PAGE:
Flat-screen televisions use around 90 W of electricity. You can charge a phone with 5 W and a tablet with 12 W. For laptops, you need around 50 W. So, if you have 1 television, 2 laptops, 1 tablet and 2 phones in your homes, you will need: 90 W + (2 × 50 W) + 12 W + (2 × 5 W) = 212 W. With 3 solar windows, you could easily use all those electronics at the same time! But wait…what if your microwave uses 500 W? This means that 5 windows would be needed to make it work. Can we make 500 W solar windows? Right now, it is difficult to make 500 W windows that have a T% over 40%, meaning these windows would make your view quite dark. We are now testing new colorants to make 250 W windows with a T% of around 40%. With only two of these windows, we could power a 500 W microwave!
Most people usually use microwaves for 5 or 10 min each day, so there are times when our solar windows would make more electricity than is needed. Batteries can be used to store excess electrical power for later use. If we use solar windows and batteries together, we should be able to power all the electronics in our homes. The electricity stored in batteries can also be used to power our electronics at night, or when there is no sunlight.
Using active layers that contain three colorants, we were able to fabricate solar windows that transmit around 40% of the light through them without changing the colors of the view you are looking at. Each of these windows can make around 100 W and we are working on ways to make more power from a single window. The organic solar windows are cheap and do not disturb your view, which means that they can be installed everywhere to power electrical equipment. As our society is using more and more electrical power, solar windows will be a key technology to make sure we can power our modern society without causing environmental problems.
Organic Colorant: ↑ A chemical substance, made with carbon atoms, that can catch sunlight. Colorants give colors to objects like food, tree leaves, or even your skin.
Active Layer: ↑ The very thin sheet in solar windows that catches light and transforms it into electricity.
Electrode: ↑ A metal sheet that is used to catch or release electrons.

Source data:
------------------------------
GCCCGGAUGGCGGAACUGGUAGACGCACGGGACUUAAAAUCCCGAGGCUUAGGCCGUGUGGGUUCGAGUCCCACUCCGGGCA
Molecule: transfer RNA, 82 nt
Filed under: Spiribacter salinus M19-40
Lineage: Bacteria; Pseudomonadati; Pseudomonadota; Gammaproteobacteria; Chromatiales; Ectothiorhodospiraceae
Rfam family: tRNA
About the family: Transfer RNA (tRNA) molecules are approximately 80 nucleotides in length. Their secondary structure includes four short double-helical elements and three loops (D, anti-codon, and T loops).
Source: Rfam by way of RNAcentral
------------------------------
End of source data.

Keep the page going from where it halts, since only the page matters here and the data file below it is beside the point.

Electron: ↑ Small particle with a negative electrical charge. The movement of electrons from one place to another makes an electrical current (electricity).
Electrical Current: ↑ Flow of electrons from one electrode to another that makes electricity.
Photon: ↑ A light particle. Photons with different energies have different colors.
Transmitted Light (T%): ↑ The percentage of light that passes through something, like a window.
Conflict of Interest
The authors declare that the research was conducted in the absence of any commercial or financial relationships that could be construed as a potential conflict of interest.
Original Source Article
↑Sano, T., Inaba, S., Vohra, V. 2019. Ternary active layers for neutral color semitransparent organic solar cells with PCEs over 4%. ACS Appl. Energy Mater. 2:2534–40. doi: 10.1021/acsaem.8b02144
 ↑ Renewable Energy Policy Network for the 21st Century (REN21). 2019. Renewables 2019 Global Status Report. Available online at: https://www.ren21.net/reports/global-status-report/
 ↑ Vohra, V., Uchiyama, T., Inaba, S., and Okada-Shudo, Y. 2019. Efficient ultrathin organic solar cells with sustainable β-carotene as electron donor. ACS Sustain. Chem. Eng. 7:4376–81. doi: 10.1021/acssuschemeng.8b06255
 ↑ Inaba, S., Arai, R., Mihai, G., Lazar, O., Moise, C., Enachescu, M., et al. 2019. Eco-friendly push-coated polymer solar cells with no active material wastes yield power conversion efficiencies over 5.5%. ACS Appl. Mater. Interfaces 11:10785–93. doi: 10.1021/acsami.8b22337